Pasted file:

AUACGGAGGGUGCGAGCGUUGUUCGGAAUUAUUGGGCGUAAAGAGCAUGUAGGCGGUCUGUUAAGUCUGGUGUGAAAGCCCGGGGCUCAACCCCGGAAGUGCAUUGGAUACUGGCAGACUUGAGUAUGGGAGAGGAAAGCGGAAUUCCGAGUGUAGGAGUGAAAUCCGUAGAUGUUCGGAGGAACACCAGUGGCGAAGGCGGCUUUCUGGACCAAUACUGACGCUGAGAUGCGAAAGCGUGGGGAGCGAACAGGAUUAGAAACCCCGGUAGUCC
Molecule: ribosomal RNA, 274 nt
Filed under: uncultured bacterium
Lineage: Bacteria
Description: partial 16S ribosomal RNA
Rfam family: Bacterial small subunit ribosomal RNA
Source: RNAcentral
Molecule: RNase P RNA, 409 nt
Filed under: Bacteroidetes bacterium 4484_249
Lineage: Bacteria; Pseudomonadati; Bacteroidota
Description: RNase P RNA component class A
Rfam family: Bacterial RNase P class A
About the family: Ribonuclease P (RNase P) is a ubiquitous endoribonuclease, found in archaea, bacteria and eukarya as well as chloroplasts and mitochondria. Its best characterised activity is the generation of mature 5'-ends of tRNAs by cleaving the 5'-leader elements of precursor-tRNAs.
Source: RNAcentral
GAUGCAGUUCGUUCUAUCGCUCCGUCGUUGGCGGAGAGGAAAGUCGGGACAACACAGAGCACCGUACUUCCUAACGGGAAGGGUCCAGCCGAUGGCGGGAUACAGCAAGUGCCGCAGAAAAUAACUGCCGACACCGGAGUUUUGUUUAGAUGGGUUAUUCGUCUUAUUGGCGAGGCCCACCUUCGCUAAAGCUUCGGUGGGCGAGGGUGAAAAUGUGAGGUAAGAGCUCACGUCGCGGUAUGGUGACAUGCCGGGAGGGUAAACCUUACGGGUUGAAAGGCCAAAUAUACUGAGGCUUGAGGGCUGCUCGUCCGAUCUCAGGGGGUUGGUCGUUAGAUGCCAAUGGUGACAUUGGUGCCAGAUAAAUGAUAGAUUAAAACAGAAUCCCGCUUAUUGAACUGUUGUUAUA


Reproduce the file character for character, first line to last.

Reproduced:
AUACGGAGGGUGCGAGCGUUGUUCGGAAUUAUUGGGCGUAAAGAGCAUGUAGGCGGUCUGUUAAGUCUGGUGUGAAAGCCCGGGGCUCAACCCCGGAAGUGCAUUGGAUACUGGCAGACUUGAGUAUGGGAGAGGAAAGCGGAAUUCCGAGUGUAGGAGUGAAAUCCGUAGAUGUUCGGAGGAACACCAGUGGCGAAGGCGGCUUUCUGGACCAAUACUGACGCUGAGAUGCGAAAGCGUGGGGAGCGAACAGGAUUAGAAACCCCGGUAGUCC
Molecule: ribosomal RNA, 274 nt
Filed under: uncultured bacterium
Lineage: Bacteria
Description: partial 16S ribosomal RNA
Rfam family: Bacterial small subunit ribosomal RNA
Source: RNAcentral
Molecule: RNase P RNA, 409 nt
Filed under: Bacteroidetes bacterium 4484_249
Lineage: Bacteria; Pseudomonadati; Bacteroidota
Description: RNase P RNA component class A
Rfam family: Bacterial RNase P class A
About the family: Ribonuclease P (RNase P) is a ubiquitous endoribonuclease, found in archaea, bacteria and eukarya as well as chloroplasts and mitochondria. Its best characterised activity is the generation of mature 5'-ends of tRNAs by cleaving the 5'-leader elements of precursor-tRNAs.
Source: RNAcentral
GAUGCAGUUCGUUCUAUCGCUCCGUCGUUGGCGGAGAGGAAAGUCGGGACAACACAGAGCACCGUACUUCCUAACGGGAAGGGUCCAGCCGAUGGCGGGAUACAGCAAGUGCCGCAGAAAAUAACUGCCGACACCGGAGUUUUGUUUAGAUGGGUUAUUCGUCUUAUUGGCGAGGCCCACCUUCGCUAAAGCUUCGGUGGGCGAGGGUGAAAAUGUGAGGUAAGAGCUCACGUCGCGGUAUGGUGACAUGCCGGGAGGGUAAACCUUACGGGUUGAAAGGCCAAAUAUACUGAGGCUUGAGGGCUGCUCGUCCGAUCUCAGGGGGUUGGUCGUUAGAUGCCAAUGGUGACAUUGGUGCCAGAUAAAUGAUAGAUUAAAACAGAAUCCCGCUUAUUGAACUGUUGUUAUA